Don’t Sabotage Your Own Success

September 5, 2016 — Leave a comment

When you’re new to the workforce, enjoying leadership success can be a far off goal. The main focus is finding the right role and doing quality work. I know that was the case for me. But with time and experience (and a lot of hard work) come new opportunities to lead at higher levels. You go from joining a team to leading a team to eventually leading a department or major organizational function. Each time the strategy shifts.

A couple years ago I was privileged to have Mark Miller guest post on my site about surviving success. We all need a game plan to kick off a new opportunity. But our behavior needs an adjustment as well.

In his bestseller What Got You Here Won’t Get You There, executive coach Marshall Goldsmith shares twenty habits that can be largely overlooked at lower organizational levels, but have the potential to absolutely derail a senior leader who doesn’t change course. There isn’t room to share them all in this post, but I’d like to highlight five extra critical ones. Fail to implement them, and your best people may go looking for a new leader.

Man Stuck on Ladder

Adding Too Much Value

It’s crucial to learn how to influence when you’re not in charge. But when you are in charge, that same influence gets interpreted differently. As the boss, your two cents’ worth can easily be taken as a mandate. The more you give, the more restricted your team may feel. So resist the urge to share every comment that comes to mind – and when you do, be clear on whether it is simply an idea or a strong preference.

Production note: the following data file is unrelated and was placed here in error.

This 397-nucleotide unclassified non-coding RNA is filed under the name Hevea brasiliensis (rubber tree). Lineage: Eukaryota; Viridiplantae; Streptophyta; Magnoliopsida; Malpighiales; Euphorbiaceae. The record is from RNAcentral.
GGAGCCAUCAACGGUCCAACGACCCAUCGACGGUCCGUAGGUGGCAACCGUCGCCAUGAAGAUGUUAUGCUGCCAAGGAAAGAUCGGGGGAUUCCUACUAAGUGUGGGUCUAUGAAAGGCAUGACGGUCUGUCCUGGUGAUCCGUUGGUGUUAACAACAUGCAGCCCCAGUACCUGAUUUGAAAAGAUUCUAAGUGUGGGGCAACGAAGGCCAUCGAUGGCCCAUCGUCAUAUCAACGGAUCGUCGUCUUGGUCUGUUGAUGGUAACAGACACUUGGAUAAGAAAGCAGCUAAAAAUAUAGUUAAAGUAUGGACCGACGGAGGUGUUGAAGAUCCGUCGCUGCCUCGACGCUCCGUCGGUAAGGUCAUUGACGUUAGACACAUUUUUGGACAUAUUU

Winning Too Much

Leaders don’t get promoted without demonstrating results. They are often high achievers. But at some point, senior leaders must pick and choose their battles. Some causes are worth every ounce of energy and resources. Many are not. Know which hill you’re willing to die on and when it’s time to move on.

Withholding Information

Practically every organization has a communication problem in some regard – it’s a frequently mentioned employee engagement item year over year. Some leaders refuse to share information in order to maintain an advantage over others – dictator behavior at its finest. Others assume everyone has the information they need because they shared it in a single meeting last quarter. One is egregious, the other is misdirected but both can cause major performance breakdowns.

Not Listening

Goldsmith calls the failure to listen “the most passive-aggressive form of disrespect for colleagues.” Ouch. Failing to listen well may not be a show-stopper at lower organizational levels, but it’s crucial the closer you get to the top. I believe this is one reason coach training for managers has gained such popularity in the last decade. So listen actively, not just to gain information but to truly understand.

An Excessive Need to Be “Me”

We all have our quirks. The problem comes when different standards apply to different parties. When senior leaders insist “this is just how I am” when exhibiting behavior that is unacceptable for others, morale takes a big hit. No one likes double standards.

At the end of the day, leadership is a privilege. Not only that, it’s much easier to lead with a team that has your back. People are smart. They pick up on our behavior – good or bad. So if you’re in a senior role (or better yet, before you get there), do a behavior inventory. Find an area to improve and get to work. You’ll be the one who benefits most.

Nathan Magnuson is a leadership consultant, coach, trainer and thought leader.  Receive his new ebook Trusted Leadership Advisor by subscribing to his website  or follow him on Twitter.